Translocation, translocation, translocation
(A version of this article was originally published in The Horn, spring 2010. Author: Tony Fitzjohn, Field Director, George Adamson Wildlife Preservation Trust)
In May 2009, we took delivery of three black rhino (Diceros bicornis michaeli) from the Dvur Kralove Zoo in the Czech Republic. A translocation such as this takes at least two years to organise and prepare for. Logistics, practical preparations, bureaucracy, transport and funding have to run simultaneously with preparation of the rhino to undertake the journey. The rule of thumb is that nothing can be left to chance at any stage of the game.
We are fortunate enough to work with arguably the best rhino vet in the world and his team. Dr Pete Morkel has been involved in the Mkomazi Rhino Sanctuary since 1993, both in surveying and assessing the area, advising on its construction, carrying out the first translocation of rhino from Addo National Park in South Africa and attending to the growing population of rhino over the past 13 years. He and I have notched up many years working together in the field and in the air.
Dr Dana Holeckova, the Director of the Dvur Kralove Zoo, had worked closely with Dr Hamish Currie of Back to Africa and selected Mkomazi as the destination for these rhino. Their tireless efforts in promoting and helping fund this translocation were admirable. Suzuki Rhino Club in The Netherlands agreed to support, organize and fund the translocation, most significantly the transport on a Martinair 747 aircraft.
Save the Rhino and Chester Zoo responded immediately to our cry for help, covering the international flight and visa costs for Pete Morkel.
The physical hard work in the field was carried out by Semu Pallangyo (Rhino Sanctuary Manager) and his team, with back up from GAWPT’s personnel and equipment. Elisaria Nnko and Wilfred Ayo, our Tanzanian Trustees, also played a key role in the translocation. Elisaria had to spend nearly four months in Dar es Salaam trying to get the revenue authorities to allow the rhinos into Tanzania free of import duties. Overall, that is a very small team of dedicated people who were able to carry out a massive translocation.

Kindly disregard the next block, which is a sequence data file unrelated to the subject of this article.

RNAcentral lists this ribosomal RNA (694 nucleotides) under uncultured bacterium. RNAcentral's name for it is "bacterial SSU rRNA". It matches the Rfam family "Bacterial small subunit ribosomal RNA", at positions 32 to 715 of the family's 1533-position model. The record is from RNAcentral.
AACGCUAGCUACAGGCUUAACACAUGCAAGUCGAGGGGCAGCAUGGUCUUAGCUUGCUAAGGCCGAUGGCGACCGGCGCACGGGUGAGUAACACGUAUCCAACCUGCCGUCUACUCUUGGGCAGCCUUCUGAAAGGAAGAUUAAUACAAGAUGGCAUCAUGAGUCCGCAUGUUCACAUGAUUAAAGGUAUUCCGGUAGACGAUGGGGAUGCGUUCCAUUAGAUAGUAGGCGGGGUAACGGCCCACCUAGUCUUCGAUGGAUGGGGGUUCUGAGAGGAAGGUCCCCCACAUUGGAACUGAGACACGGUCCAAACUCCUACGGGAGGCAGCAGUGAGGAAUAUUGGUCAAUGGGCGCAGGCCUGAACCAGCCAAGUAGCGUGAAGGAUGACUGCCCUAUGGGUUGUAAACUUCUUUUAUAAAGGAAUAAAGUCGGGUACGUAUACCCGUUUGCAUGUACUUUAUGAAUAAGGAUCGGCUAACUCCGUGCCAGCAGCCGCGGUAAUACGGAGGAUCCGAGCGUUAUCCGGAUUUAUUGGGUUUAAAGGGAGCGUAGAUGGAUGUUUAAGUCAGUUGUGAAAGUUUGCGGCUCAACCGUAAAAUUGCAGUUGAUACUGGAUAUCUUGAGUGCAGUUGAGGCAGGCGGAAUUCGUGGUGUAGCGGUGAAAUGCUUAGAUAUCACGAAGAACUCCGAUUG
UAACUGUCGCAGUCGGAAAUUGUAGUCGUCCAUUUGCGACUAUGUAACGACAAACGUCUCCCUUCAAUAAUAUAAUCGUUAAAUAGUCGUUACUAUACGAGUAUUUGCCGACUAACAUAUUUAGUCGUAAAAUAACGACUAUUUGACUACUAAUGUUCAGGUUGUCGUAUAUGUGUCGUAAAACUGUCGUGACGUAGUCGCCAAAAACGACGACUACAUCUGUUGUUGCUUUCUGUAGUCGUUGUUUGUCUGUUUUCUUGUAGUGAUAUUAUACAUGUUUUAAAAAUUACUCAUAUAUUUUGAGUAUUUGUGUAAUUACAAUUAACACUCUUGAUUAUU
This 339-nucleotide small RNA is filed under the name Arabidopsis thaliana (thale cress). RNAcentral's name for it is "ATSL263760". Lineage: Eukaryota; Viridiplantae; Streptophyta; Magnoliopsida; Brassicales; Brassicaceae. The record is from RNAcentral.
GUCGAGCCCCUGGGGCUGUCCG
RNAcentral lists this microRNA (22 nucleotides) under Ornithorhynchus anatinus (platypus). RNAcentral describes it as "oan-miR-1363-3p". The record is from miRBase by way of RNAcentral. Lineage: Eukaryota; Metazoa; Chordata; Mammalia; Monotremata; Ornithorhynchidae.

The safety of the rhino once they arrived back in Africa was a priority throughout the translocation process and continues to be a priority today. Now that poaching, with ever-better armed and aggressive poachers, is on the rise again, security remains paramount and systems have to be maintained to the highest level. As reported in the last issue of The Horn, The Mkomazi Rhino Sanctuary is 45 sq km with 31 kms of 10-foot electrified and alarmed fencing, patrolled by armed guards, fence gangs, mobile anti-poaching gangs and trackers. We have also built peripheral security outposts which are manned by armed guards. The fence is built along standard specifications both to stop rhino from breaking out, but also to stop armed poachers from breaking in and to protect the dedicated personnel who risk their lives every day to protect these animals.
When the Czech rhinos arrived at Mkomazi, their keepers Berry White and Honza settled them into their new lives and trained Emmanuel, Evans and Penieli in zoo techniques on caring for them in the compounds. They were then introduced into ever-increasing-sized paddocks until they settled into their own large sections. Pete Morkel returned to fit telemetry transmitters into their horns.
The three rhinos have been at Mkomazi for nearly a year now and they have adapted to their new lives well. We supplemented their feed with lucerne, horse-nuts and carrots during the prolonged dry season, whilst they adapted to the conditions and the vegetation. We now only give them carrots and they are thriving on the browse. Tsetse targets were set up every 200m in a 2km radius by Dr Idrissa Chuma of TANAPA (Tanzanian National Parks) within and around their sections, to allow them a gradual adaptation to the tsetse fly.
We have recently had to construct a second, third and fourth separation fence to keep a resident bull (James) out of their section. He had worked out how to weaken the fence posts and then pull them down with his horn without giving himself an electric shock on his lip. Plans are underway to move the Czech rhino to another separation area further north in the Sanctuary.
And just as we are drawing breath from this translocation, discussion is now underway to bring in more rhino to add to the Mkomazi population. We are very grateful indeed to Save the Rhino and Chester Zoo, which support the general running of this Rhino Sanctuary, the systems, the personnel, the security of these animals and great undertakings such as a translocation.
We are delighted to announce that a calf born at Mkomazi in August 2009 to Lee, one of the original four females, has been named “Maggie”, after Chester Zoo’s Education Programmes Manager, Maggie Esson, who has done so much for Mkomazi’s education programme, Rafiki wa Faru.